HOT ISOSTATIC PRESSING
Aeronautic and Energy
ELIMINATE AND CONSOLIDATE
HIPping to improve resilience and workability
The HIP process is a heat treatment that involves the use of an inert gas (usually Argon) at a high temperature and high pressure with the aim of eliminating the microporosities / micro-fractures inherent in the material or consolidating the metal powder inside special capsules for the creation of solid pieces completely dense and with almost definitive geometries.
The HIP treatment significantly improves the mechanical properties of the treated parts increasing their resilience and workability. The hot isostatic pressing process is already widely applied in the biomedical world and is also spreading to the aeronautical and energy world to improve components performances.
The continuous resort to additive manufacturing in different sectors requires an increasing use of the hipping treatment to eliminate microporosities and densify the material: thanks to the addition of this new service, TAG customers can take advantage of a complete, verticalized and strategic offer in the field of heat treatments.
Hot Isostatic Pressing
If you don’t know how to explain it in a simple way, you haven’t understood it well enough “(Albert Einstein)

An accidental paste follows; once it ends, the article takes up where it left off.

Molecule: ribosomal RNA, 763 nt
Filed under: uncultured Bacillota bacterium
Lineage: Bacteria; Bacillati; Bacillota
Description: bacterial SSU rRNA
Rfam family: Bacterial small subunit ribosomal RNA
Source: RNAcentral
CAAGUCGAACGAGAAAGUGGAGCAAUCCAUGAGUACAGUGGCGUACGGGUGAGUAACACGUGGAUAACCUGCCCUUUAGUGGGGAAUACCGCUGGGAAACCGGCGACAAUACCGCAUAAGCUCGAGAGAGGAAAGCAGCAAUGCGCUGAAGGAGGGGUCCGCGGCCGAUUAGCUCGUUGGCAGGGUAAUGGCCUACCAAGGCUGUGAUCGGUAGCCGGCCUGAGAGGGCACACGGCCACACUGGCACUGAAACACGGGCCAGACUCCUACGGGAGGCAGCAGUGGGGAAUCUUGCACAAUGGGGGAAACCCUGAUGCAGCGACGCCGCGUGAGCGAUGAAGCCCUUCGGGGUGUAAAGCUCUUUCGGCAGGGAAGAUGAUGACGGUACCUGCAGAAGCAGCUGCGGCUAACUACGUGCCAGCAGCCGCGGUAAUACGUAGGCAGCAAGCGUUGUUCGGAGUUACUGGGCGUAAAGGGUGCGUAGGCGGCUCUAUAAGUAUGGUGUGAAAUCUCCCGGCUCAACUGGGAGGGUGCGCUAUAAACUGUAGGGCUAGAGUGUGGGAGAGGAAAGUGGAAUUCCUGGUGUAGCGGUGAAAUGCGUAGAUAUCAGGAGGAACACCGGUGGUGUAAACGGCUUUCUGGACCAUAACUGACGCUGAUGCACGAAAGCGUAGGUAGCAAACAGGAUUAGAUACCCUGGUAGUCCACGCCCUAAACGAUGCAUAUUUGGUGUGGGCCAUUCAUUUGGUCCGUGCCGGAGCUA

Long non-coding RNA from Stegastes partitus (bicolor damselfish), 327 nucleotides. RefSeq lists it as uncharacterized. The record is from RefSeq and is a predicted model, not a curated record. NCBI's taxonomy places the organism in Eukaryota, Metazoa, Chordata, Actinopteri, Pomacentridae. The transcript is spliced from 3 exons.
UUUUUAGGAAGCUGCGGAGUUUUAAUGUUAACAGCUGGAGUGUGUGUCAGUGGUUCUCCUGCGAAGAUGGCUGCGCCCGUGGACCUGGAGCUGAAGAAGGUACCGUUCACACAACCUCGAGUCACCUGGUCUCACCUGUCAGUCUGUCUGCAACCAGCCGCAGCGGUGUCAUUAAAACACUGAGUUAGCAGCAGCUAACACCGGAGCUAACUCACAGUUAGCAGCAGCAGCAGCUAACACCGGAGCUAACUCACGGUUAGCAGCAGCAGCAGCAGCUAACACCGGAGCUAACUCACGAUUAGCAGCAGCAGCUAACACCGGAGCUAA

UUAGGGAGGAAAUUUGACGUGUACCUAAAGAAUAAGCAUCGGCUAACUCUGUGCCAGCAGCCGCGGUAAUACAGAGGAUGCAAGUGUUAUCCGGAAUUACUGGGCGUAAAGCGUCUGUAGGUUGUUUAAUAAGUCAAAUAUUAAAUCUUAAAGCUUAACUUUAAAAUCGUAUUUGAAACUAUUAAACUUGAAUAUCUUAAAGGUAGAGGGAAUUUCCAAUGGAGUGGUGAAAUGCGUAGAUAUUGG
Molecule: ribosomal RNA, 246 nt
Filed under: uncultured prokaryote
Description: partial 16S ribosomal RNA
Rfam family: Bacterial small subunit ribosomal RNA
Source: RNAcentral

Hipping treatment in TAG.
The Hot Isostatic Pressing process that TAG offers to its customers is optimal for eliminating micro-porosities / micro-cracks inside the materials and enhancing their characteristics.
In Cremella, TAG has two systems dedicated to the HIP treatment: the first, dedicated to parts production, is equipped with a cylindrical molybdenum thermal chamber (1000 mm in diameter by 1500 mm in height) capable to reach the maximum operating temperature of 1400 ° C and a maximum pressure of 175 MPa; the maximum capacity of the system is 10 Ton.The second one, dedicated to R&D activities, has a thermal chamber made of graphite (77 mm in diameter by 150 mm in height) and it’s capable to reach 2000 ° C of temperature and 200 Mpa of pressure; maximum load of 10 Kg. Both systems use Argon as process gas.